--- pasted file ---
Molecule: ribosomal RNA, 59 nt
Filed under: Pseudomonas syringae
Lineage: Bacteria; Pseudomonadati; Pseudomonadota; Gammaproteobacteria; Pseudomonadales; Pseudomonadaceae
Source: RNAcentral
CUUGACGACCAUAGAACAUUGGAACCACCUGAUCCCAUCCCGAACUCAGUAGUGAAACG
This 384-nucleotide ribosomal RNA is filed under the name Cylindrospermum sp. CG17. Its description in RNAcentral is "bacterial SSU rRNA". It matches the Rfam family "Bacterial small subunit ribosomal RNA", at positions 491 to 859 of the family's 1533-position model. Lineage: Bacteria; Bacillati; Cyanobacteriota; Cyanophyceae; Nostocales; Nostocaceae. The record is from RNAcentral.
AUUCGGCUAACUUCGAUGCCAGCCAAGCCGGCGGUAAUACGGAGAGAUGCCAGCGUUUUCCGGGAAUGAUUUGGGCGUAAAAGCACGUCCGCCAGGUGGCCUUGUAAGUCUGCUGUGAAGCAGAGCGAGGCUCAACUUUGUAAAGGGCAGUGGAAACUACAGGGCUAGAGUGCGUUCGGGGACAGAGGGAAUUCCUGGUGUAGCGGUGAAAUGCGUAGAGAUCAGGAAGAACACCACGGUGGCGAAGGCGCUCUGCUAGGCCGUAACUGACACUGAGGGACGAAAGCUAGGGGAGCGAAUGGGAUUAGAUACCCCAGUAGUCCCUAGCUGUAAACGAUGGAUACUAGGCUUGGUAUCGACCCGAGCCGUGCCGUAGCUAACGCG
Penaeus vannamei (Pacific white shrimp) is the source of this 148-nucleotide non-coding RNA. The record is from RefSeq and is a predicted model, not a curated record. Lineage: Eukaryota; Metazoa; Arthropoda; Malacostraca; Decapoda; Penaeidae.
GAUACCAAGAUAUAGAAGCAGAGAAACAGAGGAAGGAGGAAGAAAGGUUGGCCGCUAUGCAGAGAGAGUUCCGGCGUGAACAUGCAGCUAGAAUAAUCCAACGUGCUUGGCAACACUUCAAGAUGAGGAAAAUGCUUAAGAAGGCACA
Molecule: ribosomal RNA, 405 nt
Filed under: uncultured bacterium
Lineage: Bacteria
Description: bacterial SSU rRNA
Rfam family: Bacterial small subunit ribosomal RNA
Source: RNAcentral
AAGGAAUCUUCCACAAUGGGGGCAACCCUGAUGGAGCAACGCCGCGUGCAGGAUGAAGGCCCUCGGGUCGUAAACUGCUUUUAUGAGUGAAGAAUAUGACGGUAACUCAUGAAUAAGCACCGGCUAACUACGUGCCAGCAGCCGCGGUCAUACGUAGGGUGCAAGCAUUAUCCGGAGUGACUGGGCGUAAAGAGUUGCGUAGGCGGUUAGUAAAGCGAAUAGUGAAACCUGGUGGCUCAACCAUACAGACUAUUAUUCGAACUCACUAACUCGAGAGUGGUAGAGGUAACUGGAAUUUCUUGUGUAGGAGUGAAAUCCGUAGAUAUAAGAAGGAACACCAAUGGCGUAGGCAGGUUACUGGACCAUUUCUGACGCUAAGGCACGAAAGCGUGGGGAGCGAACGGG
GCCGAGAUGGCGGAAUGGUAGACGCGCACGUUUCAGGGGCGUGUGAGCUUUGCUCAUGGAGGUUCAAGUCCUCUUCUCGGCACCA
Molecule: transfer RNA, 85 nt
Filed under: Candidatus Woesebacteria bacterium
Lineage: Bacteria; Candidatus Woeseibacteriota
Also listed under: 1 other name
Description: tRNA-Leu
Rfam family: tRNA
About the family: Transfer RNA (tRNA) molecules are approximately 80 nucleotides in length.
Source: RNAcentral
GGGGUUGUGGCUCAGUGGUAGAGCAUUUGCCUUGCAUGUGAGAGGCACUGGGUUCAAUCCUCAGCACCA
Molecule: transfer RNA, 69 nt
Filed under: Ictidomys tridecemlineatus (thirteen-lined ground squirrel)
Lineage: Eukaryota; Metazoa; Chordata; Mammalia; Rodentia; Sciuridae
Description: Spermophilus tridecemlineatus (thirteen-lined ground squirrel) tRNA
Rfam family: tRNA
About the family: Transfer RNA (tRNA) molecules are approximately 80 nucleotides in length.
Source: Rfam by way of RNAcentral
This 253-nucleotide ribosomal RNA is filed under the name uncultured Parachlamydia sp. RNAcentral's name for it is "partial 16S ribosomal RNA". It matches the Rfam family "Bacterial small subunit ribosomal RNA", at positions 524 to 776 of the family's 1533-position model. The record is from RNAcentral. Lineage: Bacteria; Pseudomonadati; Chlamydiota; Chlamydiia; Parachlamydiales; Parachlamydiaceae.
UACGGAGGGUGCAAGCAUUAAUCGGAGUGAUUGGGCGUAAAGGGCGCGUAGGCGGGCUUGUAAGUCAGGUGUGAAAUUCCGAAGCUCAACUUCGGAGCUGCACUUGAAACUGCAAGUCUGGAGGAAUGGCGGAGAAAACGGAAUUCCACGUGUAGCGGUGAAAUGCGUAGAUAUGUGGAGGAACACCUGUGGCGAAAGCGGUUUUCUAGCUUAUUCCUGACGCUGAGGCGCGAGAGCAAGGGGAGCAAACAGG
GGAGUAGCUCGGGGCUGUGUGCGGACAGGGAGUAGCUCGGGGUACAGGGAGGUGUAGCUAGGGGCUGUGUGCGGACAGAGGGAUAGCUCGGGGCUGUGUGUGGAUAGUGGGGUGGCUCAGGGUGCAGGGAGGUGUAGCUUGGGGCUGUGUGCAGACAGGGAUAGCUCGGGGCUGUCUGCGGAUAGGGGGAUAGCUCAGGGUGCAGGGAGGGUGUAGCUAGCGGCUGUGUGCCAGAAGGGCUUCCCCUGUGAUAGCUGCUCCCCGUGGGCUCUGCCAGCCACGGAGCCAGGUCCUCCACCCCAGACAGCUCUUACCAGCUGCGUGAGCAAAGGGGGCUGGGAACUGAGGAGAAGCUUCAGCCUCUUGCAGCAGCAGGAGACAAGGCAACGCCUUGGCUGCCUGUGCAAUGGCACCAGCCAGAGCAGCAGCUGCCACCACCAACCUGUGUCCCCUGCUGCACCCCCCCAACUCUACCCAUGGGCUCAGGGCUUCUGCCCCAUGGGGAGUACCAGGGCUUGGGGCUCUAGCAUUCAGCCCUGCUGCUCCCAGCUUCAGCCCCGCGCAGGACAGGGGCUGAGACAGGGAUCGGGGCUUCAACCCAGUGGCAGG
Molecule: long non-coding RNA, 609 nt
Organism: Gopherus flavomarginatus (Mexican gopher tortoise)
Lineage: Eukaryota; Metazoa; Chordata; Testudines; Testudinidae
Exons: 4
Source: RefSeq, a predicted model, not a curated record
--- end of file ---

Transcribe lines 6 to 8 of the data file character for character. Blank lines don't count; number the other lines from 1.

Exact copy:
This 384-nucleotide ribosomal RNA is filed under the name Cylindrospermum sp. CG17. Its description in RNAcentral is "bacterial SSU rRNA". It matches the Rfam family "Bacterial small subunit ribosomal RNA", at positions 491 to 859 of the family's 1533-position model. Lineage: Bacteria; Bacillati; Cyanobacteriota; Cyanophyceae; Nostocales; Nostocaceae. The record is from RNAcentral.
AUUCGGCUAACUUCGAUGCCAGCCAAGCCGGCGGUAAUACGGAGAGAUGCCAGCGUUUUCCGGGAAUGAUUUGGGCGUAAAAGCACGUCCGCCAGGUGGCCUUGUAAGUCUGCUGUGAAGCAGAGCGAGGCUCAACUUUGUAAAGGGCAGUGGAAACUACAGGGCUAGAGUGCGUUCGGGGACAGAGGGAAUUCCUGGUGUAGCGGUGAAAUGCGUAGAGAUCAGGAAGAACACCACGGUGGCGAAGGCGCUCUGCUAGGCCGUAACUGACACUGAGGGACGAAAGCUAGGGGAGCGAAUGGGAUUAGAUACCCCAGUAGUCCCUAGCUGUAAACGAUGGAUACUAGGCUUGGUAUCGACCCGAGCCGUGCCGUAGCUAACGCG
Penaeus vannamei (Pacific white shrimp) is the source of this 148-nucleotide non-coding RNA. The record is from RefSeq and is a predicted model, not a curated record. Lineage: Eukaryota; Metazoa; Arthropoda; Malacostraca; Decapoda; Penaeidae.